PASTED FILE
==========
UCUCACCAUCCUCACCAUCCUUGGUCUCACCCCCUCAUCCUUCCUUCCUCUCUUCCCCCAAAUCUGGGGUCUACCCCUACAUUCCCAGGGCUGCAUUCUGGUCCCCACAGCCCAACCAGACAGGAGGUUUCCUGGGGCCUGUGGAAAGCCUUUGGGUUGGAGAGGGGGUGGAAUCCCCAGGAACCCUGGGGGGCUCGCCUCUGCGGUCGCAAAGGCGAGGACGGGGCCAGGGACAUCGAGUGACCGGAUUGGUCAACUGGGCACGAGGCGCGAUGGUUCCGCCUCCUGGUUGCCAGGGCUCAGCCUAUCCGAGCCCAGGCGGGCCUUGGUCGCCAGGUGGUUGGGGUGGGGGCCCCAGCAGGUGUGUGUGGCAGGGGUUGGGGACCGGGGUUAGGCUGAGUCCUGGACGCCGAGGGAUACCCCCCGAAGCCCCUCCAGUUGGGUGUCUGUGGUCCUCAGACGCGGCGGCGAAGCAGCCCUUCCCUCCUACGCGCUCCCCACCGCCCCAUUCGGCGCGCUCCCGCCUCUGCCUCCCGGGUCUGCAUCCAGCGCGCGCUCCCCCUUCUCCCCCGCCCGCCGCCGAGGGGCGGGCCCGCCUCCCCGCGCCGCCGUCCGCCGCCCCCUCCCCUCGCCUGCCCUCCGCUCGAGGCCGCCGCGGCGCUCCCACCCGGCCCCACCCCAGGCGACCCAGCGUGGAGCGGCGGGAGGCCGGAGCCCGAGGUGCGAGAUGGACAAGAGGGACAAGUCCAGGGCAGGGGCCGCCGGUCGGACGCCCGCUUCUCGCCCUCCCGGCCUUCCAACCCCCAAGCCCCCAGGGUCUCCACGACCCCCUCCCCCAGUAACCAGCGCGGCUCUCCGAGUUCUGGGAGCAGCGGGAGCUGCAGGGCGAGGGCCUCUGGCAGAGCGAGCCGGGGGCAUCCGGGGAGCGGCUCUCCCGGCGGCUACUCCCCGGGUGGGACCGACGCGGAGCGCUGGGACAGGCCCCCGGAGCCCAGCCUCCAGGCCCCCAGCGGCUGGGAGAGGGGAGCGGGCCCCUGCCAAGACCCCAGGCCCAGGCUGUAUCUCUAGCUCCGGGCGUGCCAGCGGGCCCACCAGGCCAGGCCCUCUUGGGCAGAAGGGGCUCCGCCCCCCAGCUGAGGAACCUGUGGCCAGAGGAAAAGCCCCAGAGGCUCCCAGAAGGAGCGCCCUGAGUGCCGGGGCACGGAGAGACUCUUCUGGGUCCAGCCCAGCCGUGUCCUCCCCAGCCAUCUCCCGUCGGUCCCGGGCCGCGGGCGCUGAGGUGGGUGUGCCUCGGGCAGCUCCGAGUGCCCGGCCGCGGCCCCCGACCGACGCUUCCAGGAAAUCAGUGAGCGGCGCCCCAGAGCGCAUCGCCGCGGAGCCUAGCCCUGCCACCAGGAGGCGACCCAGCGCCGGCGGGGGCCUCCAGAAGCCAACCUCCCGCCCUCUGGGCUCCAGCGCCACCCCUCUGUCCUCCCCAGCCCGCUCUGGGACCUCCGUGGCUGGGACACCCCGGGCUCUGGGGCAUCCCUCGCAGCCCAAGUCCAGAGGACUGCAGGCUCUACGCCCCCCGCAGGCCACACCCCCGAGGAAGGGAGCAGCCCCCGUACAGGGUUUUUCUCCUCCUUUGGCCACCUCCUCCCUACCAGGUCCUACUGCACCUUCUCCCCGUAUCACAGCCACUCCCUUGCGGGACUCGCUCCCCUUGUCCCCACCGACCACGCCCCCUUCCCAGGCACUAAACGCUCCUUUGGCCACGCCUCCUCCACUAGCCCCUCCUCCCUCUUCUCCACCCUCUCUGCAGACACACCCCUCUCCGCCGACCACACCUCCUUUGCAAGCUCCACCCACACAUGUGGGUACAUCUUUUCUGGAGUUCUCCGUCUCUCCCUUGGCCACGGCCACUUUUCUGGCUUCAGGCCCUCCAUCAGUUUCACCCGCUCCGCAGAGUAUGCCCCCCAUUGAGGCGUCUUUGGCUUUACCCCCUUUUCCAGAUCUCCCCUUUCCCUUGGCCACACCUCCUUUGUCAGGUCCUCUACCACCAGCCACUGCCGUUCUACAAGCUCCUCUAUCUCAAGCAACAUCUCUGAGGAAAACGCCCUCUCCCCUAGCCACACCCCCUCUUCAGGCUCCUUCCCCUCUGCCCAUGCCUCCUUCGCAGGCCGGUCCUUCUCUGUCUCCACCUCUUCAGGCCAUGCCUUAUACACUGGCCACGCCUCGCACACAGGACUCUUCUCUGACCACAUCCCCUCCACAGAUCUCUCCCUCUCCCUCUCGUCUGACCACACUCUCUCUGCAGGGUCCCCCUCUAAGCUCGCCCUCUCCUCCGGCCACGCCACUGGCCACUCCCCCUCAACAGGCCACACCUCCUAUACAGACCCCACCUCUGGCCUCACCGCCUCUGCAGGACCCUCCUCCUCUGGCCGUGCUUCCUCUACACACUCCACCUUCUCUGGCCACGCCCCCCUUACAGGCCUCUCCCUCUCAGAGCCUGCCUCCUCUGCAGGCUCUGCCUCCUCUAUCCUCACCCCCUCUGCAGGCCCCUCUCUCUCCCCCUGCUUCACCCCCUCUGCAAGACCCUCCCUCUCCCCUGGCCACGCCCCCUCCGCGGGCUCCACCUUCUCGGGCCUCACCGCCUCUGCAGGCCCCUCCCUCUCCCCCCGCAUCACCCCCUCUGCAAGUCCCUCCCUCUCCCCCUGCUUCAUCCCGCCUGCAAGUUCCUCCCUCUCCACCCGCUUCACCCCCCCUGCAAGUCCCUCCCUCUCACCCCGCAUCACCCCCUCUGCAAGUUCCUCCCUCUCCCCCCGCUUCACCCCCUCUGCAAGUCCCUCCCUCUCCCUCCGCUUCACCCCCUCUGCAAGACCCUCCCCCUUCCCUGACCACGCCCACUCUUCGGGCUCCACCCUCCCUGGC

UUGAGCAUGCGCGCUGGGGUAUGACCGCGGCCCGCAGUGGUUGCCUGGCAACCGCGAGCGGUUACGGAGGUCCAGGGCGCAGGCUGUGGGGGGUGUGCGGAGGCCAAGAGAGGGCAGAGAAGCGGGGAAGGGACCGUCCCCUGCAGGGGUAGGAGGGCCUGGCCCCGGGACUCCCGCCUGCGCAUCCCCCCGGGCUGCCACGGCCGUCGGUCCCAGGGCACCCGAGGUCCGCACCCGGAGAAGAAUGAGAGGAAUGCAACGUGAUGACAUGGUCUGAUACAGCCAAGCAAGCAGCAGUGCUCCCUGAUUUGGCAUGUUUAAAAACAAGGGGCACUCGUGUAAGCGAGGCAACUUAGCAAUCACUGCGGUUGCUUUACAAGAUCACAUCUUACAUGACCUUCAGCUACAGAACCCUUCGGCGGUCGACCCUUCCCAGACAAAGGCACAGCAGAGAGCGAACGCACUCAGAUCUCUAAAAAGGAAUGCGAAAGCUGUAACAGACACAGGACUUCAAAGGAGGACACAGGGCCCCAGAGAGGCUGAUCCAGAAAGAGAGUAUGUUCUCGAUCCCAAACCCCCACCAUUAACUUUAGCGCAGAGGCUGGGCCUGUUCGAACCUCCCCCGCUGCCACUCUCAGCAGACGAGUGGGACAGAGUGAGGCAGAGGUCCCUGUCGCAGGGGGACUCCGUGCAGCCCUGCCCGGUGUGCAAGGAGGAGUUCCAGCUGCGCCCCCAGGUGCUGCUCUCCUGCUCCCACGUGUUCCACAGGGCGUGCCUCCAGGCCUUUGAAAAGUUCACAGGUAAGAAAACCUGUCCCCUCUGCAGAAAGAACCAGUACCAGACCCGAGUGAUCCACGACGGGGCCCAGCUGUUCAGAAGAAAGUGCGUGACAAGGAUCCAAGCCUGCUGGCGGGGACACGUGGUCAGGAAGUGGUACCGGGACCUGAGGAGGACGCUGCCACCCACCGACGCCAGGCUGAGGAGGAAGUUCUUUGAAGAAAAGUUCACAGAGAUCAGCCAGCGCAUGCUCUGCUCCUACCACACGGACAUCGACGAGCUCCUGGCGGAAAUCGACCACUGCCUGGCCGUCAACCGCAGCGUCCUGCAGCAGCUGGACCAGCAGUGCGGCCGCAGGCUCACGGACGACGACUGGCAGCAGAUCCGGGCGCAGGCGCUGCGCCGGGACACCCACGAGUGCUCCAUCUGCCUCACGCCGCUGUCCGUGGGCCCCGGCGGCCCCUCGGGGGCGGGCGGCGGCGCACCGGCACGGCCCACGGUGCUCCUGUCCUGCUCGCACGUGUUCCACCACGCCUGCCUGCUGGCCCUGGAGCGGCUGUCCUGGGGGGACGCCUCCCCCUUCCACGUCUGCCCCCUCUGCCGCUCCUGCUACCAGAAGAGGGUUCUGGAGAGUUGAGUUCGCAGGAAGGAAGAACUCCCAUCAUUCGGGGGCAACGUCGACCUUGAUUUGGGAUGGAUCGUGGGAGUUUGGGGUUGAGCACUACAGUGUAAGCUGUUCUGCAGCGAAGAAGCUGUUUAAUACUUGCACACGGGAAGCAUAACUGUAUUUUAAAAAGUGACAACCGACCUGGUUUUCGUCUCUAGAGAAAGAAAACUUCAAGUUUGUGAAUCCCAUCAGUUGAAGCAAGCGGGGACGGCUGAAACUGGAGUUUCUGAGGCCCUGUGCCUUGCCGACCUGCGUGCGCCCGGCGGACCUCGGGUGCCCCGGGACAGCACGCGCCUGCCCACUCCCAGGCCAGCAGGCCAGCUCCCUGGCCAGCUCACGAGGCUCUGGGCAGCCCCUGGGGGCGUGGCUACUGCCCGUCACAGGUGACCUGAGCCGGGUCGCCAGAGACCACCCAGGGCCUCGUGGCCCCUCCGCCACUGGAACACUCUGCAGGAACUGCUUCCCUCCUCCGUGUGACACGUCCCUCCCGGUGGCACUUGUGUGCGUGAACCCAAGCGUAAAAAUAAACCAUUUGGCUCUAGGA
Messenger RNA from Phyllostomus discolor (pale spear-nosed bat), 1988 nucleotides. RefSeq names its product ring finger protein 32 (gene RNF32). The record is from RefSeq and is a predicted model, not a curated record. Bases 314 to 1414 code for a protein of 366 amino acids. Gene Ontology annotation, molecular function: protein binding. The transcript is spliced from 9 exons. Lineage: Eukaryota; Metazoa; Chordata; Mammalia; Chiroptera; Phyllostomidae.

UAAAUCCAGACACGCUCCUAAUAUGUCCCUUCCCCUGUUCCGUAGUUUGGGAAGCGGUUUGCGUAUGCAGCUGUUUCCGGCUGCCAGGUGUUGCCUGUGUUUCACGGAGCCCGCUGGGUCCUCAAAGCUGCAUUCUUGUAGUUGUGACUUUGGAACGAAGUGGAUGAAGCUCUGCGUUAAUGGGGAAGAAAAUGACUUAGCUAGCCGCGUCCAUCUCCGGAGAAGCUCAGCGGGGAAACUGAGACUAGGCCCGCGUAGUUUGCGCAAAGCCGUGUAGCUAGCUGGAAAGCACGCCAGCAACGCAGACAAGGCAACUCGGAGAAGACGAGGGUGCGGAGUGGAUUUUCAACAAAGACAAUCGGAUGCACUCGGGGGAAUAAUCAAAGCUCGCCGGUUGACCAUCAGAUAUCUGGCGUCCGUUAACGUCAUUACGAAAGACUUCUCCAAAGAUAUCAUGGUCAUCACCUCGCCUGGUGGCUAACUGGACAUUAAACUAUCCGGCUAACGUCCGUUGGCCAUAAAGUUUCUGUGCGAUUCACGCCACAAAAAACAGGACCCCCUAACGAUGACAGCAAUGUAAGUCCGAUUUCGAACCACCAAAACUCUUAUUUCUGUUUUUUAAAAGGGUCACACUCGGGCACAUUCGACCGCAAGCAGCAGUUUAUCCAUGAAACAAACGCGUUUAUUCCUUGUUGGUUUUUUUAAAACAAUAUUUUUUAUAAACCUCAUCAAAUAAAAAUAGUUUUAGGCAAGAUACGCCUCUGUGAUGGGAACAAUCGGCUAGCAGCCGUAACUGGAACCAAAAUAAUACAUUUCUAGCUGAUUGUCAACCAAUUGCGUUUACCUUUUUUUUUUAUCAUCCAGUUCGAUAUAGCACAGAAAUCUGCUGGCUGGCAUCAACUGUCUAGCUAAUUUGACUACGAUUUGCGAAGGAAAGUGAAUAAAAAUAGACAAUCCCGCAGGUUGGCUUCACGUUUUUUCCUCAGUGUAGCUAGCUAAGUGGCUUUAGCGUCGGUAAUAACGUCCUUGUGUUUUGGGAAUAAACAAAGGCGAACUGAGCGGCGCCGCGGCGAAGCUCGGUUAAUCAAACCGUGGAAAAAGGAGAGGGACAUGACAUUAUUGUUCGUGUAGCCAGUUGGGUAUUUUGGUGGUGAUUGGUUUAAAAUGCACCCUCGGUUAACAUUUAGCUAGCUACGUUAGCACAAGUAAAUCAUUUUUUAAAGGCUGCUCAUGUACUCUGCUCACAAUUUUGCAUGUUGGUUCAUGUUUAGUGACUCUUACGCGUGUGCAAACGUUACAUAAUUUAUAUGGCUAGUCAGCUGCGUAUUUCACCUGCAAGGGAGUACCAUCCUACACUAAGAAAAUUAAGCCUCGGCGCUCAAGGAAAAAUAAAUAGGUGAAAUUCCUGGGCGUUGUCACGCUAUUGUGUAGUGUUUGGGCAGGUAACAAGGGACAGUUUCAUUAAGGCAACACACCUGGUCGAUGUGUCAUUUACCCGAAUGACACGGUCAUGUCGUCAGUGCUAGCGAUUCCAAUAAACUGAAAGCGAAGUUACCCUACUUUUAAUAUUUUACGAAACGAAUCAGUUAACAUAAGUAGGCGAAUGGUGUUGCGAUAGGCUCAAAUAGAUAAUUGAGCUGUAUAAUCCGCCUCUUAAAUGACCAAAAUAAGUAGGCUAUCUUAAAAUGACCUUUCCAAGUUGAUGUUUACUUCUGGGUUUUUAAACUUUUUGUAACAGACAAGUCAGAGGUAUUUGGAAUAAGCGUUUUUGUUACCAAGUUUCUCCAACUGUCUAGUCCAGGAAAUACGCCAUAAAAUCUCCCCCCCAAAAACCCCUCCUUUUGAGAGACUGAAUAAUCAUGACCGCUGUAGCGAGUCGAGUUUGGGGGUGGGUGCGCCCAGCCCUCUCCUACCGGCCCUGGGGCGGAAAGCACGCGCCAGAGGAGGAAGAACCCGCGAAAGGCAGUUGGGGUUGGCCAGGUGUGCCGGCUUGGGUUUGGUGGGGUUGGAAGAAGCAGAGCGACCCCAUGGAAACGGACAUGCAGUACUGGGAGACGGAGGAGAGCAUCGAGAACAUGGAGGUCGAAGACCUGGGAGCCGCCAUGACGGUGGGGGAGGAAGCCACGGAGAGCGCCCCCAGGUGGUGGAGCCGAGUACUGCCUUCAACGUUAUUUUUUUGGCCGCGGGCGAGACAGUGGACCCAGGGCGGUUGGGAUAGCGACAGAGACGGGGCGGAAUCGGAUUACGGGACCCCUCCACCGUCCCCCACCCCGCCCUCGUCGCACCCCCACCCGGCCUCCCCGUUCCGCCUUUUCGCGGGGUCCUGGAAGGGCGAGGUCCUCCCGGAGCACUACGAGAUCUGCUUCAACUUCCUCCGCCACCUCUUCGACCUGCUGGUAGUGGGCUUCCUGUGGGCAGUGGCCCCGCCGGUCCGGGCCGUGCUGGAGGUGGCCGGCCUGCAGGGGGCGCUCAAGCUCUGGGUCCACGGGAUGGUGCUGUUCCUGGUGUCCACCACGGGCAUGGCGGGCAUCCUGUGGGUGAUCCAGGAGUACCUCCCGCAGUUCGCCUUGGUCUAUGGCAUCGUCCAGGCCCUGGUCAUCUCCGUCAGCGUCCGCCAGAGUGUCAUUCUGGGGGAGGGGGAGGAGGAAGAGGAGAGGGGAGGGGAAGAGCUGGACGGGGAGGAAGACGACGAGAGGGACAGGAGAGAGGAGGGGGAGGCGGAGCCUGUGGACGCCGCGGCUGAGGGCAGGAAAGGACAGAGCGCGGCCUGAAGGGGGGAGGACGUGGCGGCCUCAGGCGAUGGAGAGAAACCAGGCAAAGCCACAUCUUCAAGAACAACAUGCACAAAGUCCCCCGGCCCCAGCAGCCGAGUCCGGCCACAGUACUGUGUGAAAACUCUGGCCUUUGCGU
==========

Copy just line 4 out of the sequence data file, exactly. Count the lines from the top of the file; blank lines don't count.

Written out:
UAAAUCCAGACACGCUCCUAAUAUGUCCCUUCCCCUGUUCCGUAGUUUGGGAAGCGGUUUGCGUAUGCAGCUGUUUCCGGCUGCCAGGUGUUGCCUGUGUUUCACGGAGCCCGCUGGGUCCUCAAAGCUGCAUUCUUGUAGUUGUGACUUUGGAACGAAGUGGAUGAAGCUCUGCGUUAAUGGGGAAGAAAAUGACUUAGCUAGCCGCGUCCAUCUCCGGAGAAGCUCAGCGGGGAAACUGAGACUAGGCCCGCGUAGUUUGCGCAAAGCCGUGUAGCUAGCUGGAAAGCACGCCAGCAACGCAGACAAGGCAACUCGGAGAAGACGAGGGUGCGGAGUGGAUUUUCAACAAAGACAAUCGGAUGCACUCGGGGGAAUAAUCAAAGCUCGCCGGUUGACCAUCAGAUAUCUGGCGUCCGUUAACGUCAUUACGAAAGACUUCUCCAAAGAUAUCAUGGUCAUCACCUCGCCUGGUGGCUAACUGGACAUUAAACUAUCCGGCUAACGUCCGUUGGCCAUAAAGUUUCUGUGCGAUUCACGCCACAAAAAACAGGACCCCCUAACGAUGACAGCAAUGUAAGUCCGAUUUCGAACCACCAAAACUCUUAUUUCUGUUUUUUAAAAGGGUCACACUCGGGCACAUUCGACCGCAAGCAGCAGUUUAUCCAUGAAACAAACGCGUUUAUUCCUUGUUGGUUUUUUUAAAACAAUAUUUUUUAUAAACCUCAUCAAAUAAAAAUAGUUUUAGGCAAGAUACGCCUCUGUGAUGGGAACAAUCGGCUAGCAGCCGUAACUGGAACCAAAAUAAUACAUUUCUAGCUGAUUGUCAACCAAUUGCGUUUACCUUUUUUUUUUAUCAUCCAGUUCGAUAUAGCACAGAAAUCUGCUGGCUGGCAUCAACUGUCUAGCUAAUUUGACUACGAUUUGCGAAGGAAAGUGAAUAAAAAUAGACAAUCCCGCAGGUUGGCUUCACGUUUUUUCCUCAGUGUAGCUAGCUAAGUGGCUUUAGCGUCGGUAAUAACGUCCUUGUGUUUUGGGAAUAAACAAAGGCGAACUGAGCGGCGCCGCGGCGAAGCUCGGUUAAUCAAACCGUGGAAAAAGGAGAGGGACAUGACAUUAUUGUUCGUGUAGCCAGUUGGGUAUUUUGGUGGUGAUUGGUUUAAAAUGCACCCUCGGUUAACAUUUAGCUAGCUACGUUAGCACAAGUAAAUCAUUUUUUAAAGGCUGCUCAUGUACUCUGCUCACAAUUUUGCAUGUUGGUUCAUGUUUAGUGACUCUUACGCGUGUGCAAACGUUACAUAAUUUAUAUGGCUAGUCAGCUGCGUAUUUCACCUGCAAGGGAGUACCAUCCUACACUAAGAAAAUUAAGCCUCGGCGCUCAAGGAAAAAUAAAUAGGUGAAAUUCCUGGGCGUUGUCACGCUAUUGUGUAGUGUUUGGGCAGGUAACAAGGGACAGUUUCAUUAAGGCAACACACCUGGUCGAUGUGUCAUUUACCCGAAUGACACGGUCAUGUCGUCAGUGCUAGCGAUUCCAAUAAACUGAAAGCGAAGUUACCCUACUUUUAAUAUUUUACGAAACGAAUCAGUUAACAUAAGUAGGCGAAUGGUGUUGCGAUAGGCUCAAAUAGAUAAUUGAGCUGUAUAAUCCGCCUCUUAAAUGACCAAAAUAAGUAGGCUAUCUUAAAAUGACCUUUCCAAGUUGAUGUUUACUUCUGGGUUUUUAAACUUUUUGUAACAGACAAGUCAGAGGUAUUUGGAAUAAGCGUUUUUGUUACCAAGUUUCUCCAACUGUCUAGUCCAGGAAAUACGCCAUAAAAUCUCCCCCCCAAAAACCCCUCCUUUUGAGAGACUGAAUAAUCAUGACCGCUGUAGCGAGUCGAGUUUGGGGGUGGGUGCGCCCAGCCCUCUCCUACCGGCCCUGGGGCGGAAAGCACGCGCCAGAGGAGGAAGAACCCGCGAAAGGCAGUUGGGGUUGGCCAGGUGUGCCGGCUUGGGUUUGGUGGGGUUGGAAGAAGCAGAGCGACCCCAUGGAAACGGACAUGCAGUACUGGGAGACGGAGGAGAGCAUCGAGAACAUGGAGGUCGAAGACCUGGGAGCCGCCAUGACGGUGGGGGAGGAAGCCACGGAGAGCGCCCCCAGGUGGUGGAGCCGAGUACUGCCUUCAACGUUAUUUUUUUGGCCGCGGGCGAGACAGUGGACCCAGGGCGGUUGGGAUAGCGACAGAGACGGGGCGGAAUCGGAUUACGGGACCCCUCCACCGUCCCCCACCCCGCCCUCGUCGCACCCCCACCCGGCCUCCCCGUUCCGCCUUUUCGCGGGGUCCUGGAAGGGCGAGGUCCUCCCGGAGCACUACGAGAUCUGCUUCAACUUCCUCCGCCACCUCUUCGACCUGCUGGUAGUGGGCUUCCUGUGGGCAGUGGCCCCGCCGGUCCGGGCCGUGCUGGAGGUGGCCGGCCUGCAGGGGGCGCUCAAGCUCUGGGUCCACGGGAUGGUGCUGUUCCUGGUGUCCACCACGGGCAUGGCGGGCAUCCUGUGGGUGAUCCAGGAGUACCUCCCGCAGUUCGCCUUGGUCUAUGGCAUCGUCCAGGCCCUGGUCAUCUCCGUCAGCGUCCGCCAGAGUGUCAUUCUGGGGGAGGGGGAGGAGGAAGAGGAGAGGGGAGGGGAAGAGCUGGACGGGGAGGAAGACGACGAGAGGGACAGGAGAGAGGAGGGGGAGGCGGAGCCUGUGGACGCCGCGGCUGAGGGCAGGAAAGGACAGAGCGCGGCCUGAAGGGGGGAGGACGUGGCGGCCUCAGGCGAUGGAGAGAAACCAGGCAAAGCCACAUCUUCAAGAACAACAUGCACAAAGUCCCCCGGCCCCAGCAGCCGAGUCCGGCCACAGUACUGUGUGAAAACUCUGGCCUUUGCGU